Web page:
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Nevada attorney general joins lawsuit over Trump rule that would keep immigrants in detention longer

Michelle Rindels
Michelle Rindels
ICE's Port Isabel Detention Center in Los Fresnos, Texas

Nevada Attorney General Aaron Ford is challenging a Trump administration plan that would keep immigrant families in detention longer.

Ford announced Monday that he was joining a coalition of 20 states opposing a proposed rule that would replace the Flores Agreement, a settlement in place since 1997 that sets standards for detention conditions and generally prevents children from being detained longer than 20 days. The lawsuit, filed in federal court in Central California, argues longer stays would cause irreparable harm to children and their families.

“This latest Trump Administration policy to keep children in cages for an indefinite period of time is both cruel and shameful,” Ford said in a statement. “What’s more, it reverses a longstanding court-approved settlement concerning the humane treatment of immigrant children. I stand with other states in fighting this attack on our children and families using every legal tool at my disposal.” 

In unveiling the rule last week, the White House described the Flores agreement as “a loophole that results in most alien families being released into the country after 20 days” and “a magnet, drawing more and more alien families to make the dangerous journey to our border.”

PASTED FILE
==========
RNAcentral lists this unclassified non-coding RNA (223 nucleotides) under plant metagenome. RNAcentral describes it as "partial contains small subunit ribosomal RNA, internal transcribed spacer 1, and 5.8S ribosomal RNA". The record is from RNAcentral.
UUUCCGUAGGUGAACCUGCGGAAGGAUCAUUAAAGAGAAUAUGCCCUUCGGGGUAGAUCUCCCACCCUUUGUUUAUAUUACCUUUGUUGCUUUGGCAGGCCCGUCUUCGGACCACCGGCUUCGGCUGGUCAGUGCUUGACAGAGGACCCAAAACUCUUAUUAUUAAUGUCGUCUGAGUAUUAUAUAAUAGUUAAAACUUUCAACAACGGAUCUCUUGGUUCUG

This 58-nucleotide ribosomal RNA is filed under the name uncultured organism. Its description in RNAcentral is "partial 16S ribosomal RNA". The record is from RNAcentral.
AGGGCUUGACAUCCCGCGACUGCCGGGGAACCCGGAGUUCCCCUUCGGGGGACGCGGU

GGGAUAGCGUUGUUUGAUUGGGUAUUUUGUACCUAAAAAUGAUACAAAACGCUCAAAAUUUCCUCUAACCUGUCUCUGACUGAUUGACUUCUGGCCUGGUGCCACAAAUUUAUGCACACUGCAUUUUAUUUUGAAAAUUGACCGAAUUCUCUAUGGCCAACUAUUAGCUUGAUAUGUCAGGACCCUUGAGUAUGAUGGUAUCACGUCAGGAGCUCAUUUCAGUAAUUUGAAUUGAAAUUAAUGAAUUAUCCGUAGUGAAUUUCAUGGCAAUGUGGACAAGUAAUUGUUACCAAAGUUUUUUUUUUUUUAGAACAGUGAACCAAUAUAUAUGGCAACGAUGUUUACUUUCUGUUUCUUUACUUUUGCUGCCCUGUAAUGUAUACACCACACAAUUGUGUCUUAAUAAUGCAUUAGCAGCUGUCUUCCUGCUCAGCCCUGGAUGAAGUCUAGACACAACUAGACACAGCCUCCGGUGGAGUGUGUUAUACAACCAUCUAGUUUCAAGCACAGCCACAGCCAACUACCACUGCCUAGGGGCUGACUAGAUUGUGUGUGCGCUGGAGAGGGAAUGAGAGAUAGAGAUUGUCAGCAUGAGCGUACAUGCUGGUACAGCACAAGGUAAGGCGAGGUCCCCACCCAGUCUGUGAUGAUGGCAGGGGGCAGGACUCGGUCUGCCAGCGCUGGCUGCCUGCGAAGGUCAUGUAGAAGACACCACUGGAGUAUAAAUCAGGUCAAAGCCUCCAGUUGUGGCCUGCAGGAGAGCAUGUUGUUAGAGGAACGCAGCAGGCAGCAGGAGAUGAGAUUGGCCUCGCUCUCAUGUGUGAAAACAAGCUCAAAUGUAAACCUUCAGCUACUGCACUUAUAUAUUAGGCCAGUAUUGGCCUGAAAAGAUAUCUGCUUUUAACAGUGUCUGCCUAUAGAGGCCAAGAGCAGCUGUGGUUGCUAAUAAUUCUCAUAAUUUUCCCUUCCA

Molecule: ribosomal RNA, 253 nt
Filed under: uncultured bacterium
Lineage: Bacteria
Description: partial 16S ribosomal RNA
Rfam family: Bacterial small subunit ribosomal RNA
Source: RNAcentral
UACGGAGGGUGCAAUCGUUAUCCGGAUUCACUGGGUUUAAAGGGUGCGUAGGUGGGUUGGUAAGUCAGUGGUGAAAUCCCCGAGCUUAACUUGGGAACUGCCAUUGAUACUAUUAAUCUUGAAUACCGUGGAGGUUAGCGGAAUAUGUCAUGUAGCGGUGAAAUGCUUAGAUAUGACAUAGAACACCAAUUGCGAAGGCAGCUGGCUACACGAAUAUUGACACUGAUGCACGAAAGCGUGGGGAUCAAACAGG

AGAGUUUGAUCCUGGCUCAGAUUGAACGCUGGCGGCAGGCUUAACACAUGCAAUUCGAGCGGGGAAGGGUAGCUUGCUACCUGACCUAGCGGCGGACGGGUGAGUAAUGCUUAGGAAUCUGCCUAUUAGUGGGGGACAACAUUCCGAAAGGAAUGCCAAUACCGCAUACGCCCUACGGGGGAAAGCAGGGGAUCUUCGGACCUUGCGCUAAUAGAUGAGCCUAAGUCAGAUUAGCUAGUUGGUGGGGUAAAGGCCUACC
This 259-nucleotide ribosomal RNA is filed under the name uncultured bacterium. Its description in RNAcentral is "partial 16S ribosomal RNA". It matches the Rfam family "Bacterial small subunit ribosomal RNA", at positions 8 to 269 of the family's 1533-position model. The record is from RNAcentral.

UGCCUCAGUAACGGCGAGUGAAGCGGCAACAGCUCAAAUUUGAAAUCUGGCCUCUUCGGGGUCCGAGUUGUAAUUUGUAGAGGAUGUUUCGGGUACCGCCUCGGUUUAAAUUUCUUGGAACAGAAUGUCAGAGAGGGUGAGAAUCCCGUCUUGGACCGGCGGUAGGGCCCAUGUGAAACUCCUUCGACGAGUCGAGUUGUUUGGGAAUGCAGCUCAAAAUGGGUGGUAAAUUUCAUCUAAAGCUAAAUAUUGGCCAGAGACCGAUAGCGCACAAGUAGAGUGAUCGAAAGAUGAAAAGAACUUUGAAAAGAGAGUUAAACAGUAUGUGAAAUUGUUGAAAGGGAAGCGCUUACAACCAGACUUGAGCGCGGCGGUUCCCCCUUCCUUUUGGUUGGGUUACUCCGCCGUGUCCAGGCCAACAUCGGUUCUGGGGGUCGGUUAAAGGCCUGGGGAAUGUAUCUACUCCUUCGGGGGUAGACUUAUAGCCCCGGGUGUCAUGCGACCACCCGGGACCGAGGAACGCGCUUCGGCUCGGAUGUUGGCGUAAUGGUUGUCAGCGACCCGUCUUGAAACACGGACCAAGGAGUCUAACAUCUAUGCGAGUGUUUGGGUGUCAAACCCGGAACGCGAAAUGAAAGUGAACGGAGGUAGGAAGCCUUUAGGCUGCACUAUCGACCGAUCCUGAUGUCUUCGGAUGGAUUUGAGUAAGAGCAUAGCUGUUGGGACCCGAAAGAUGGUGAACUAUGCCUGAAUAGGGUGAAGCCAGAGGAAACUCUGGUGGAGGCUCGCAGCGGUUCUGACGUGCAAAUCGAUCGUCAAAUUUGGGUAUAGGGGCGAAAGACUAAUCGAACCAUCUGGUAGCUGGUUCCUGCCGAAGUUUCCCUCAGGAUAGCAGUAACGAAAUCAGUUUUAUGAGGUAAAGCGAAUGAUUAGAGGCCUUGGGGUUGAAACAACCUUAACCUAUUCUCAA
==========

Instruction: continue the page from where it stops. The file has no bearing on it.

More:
White House officials said their new rule would ensure families would stay together while their immigration cases are processed, and would be “fulfilling the purpose of the Flores agreement, which is to ensure children in the Government’s custody are treated with dignity, respect, and special concern.”

The suit, however, argues that the Trump proposal interferes with states’ abilities to ensure the health and welfare of children, and undermines state detention facility licensing requirements. Critics have raised concerns that the proposed rule change would vastly expand the system of detention centers for families.

The Flores Agreement, which stems from a 1985 class action lawsuit, stipulates that children are placed in the “least restrictive setting” appropriate to their age and needs, and establishes standards for the safety and sanitation of immigration detention facilities.

Flores Complaint by Michelle Rindels on Scribd


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